This course studies innovative, timely and often interdisciplinary topics that are not a formal part of the sociology and anthropology curriculum. Often these courses apply anthropological perspectives and insights to issues that we either take for granted or study in other disciplines. Topics may include Anthropology of Time and Space; Anthropology of the Body; Power and Violence; Men and Masculinity; Judaism and Bible; and other topics. Prerequisite: ANTH 151, sophomore standing or permission of the instructor. The course may be repeated for credit with different topics.
|ANTH 151, sophomore standing or permission of the instructor||1/2-1 course|
Current Semester InformationDarrell LaLone
Persp:Evolution for Everyone
Evolution for Everyone is an exploration of how the most powerful framework for explanation in the sciences offers new insights to vast areas of human understanding and experience beyond what we learn in biology alone. Current studies in literature, history, art and philosophy as well as studies in anthropology, psychology, political science, and economics are discovering new and original insights from an evolutionary framework not limited to the life sciences. What do Jane Goodall's chimpanzees tell us about human behavior? What is intelligence? Why is gossip important? Why do we cooperate as well as compete?
Insights from David Sloan Wilson's book on Evolution for Everyone have revolutionized our understandings of life and behavior. New explorations underscore the critical importance of cooperation as an evolutionary force. This course offers an overview of the most exciting recent discoveries in life and behavior, and it will also encourage us to link with students and faculty throughout the country who are part of a consortium in Evolutionary Studies (EvoS).
Persp:Anthro of the Middle East and North Africa
This course is intended to serve as an introduction to a huge and unwieldy body of scholarship on a huge and unwieldy conceptual swath of the world. People in the West often find it convenient to use the term 'the Middle East' to summarize the thought, religion, and cultural practices of a massive number of people living across several continents and in very different circumstances. Such a vast collection of societies and communities cannot be addressed programmatically in a single course, but only thematically. We will therefore approach this material through thematic units designed to explore concepts important in the anthropological study of these places, rather than geographical terrain.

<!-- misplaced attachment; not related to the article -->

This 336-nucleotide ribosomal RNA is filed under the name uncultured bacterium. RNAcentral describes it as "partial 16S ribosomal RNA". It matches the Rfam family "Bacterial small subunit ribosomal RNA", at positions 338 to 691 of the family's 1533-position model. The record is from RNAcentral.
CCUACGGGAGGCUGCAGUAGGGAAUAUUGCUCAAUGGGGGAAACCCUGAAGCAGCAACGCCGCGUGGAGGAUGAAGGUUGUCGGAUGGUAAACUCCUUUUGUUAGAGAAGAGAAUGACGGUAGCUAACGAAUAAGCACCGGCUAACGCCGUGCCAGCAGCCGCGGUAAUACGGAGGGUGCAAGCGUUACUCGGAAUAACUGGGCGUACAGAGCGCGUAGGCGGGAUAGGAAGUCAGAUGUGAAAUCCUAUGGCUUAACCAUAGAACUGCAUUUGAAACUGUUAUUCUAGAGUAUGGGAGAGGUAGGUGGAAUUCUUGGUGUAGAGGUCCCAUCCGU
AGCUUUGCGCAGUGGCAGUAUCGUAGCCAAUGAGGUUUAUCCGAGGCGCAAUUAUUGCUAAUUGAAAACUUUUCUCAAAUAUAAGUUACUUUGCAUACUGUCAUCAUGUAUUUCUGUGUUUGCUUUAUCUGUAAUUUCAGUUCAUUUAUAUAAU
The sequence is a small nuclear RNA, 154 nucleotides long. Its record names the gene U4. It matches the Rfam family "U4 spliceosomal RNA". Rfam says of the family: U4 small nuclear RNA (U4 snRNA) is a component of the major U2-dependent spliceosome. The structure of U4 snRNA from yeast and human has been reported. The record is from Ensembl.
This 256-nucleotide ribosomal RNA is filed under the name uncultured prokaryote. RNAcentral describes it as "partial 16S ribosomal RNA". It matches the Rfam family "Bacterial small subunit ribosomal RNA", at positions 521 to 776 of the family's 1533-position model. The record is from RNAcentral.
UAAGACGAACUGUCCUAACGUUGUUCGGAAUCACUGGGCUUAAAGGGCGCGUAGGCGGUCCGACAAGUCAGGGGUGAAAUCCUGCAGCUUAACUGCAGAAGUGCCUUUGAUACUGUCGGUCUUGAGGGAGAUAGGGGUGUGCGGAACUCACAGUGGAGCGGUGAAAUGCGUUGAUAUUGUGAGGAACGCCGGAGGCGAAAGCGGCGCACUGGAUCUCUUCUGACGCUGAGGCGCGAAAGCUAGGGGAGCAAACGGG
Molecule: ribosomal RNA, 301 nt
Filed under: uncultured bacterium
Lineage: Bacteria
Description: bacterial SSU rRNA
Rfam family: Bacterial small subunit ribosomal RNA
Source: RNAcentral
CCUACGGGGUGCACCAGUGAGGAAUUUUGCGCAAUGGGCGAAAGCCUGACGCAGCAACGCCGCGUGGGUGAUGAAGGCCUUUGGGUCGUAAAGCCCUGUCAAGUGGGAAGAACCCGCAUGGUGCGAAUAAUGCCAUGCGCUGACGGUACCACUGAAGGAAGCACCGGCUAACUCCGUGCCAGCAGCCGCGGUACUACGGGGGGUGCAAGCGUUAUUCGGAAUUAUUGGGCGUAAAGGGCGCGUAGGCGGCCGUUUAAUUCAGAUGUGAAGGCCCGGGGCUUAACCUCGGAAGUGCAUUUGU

290C: Persp:Caribbean Anthro
This course explores the diversity of the peoples and cultures of the Caribbean, by examining the influences and intersections of slavery, colonialism, politics, migration, and other factors on the development and social climate of the region. We will discuss basic anthropological concepts, theories, and methods and use them as a framework for examining practices and themes that are common to most societies, including subsistence, politics and power, class, family and kinship, religion, ritual, race and ethnicity. We will also explore the ways that societal factors, such as economic, political, and historical forces, shape people's lives and identities and influence their view of the world around them. Additionally, we will examine the ways that politics, religion, music, and other cultural values are reinterpreted in transnational Caribbean communities in urban areas, such as New York City. This class draws on ethnographic research data, written texts, and audio and visual media to facilitate our understanding of the Caribbean. The assignments for this course include short response papers, an annotated bibliography, and an analytical term paper.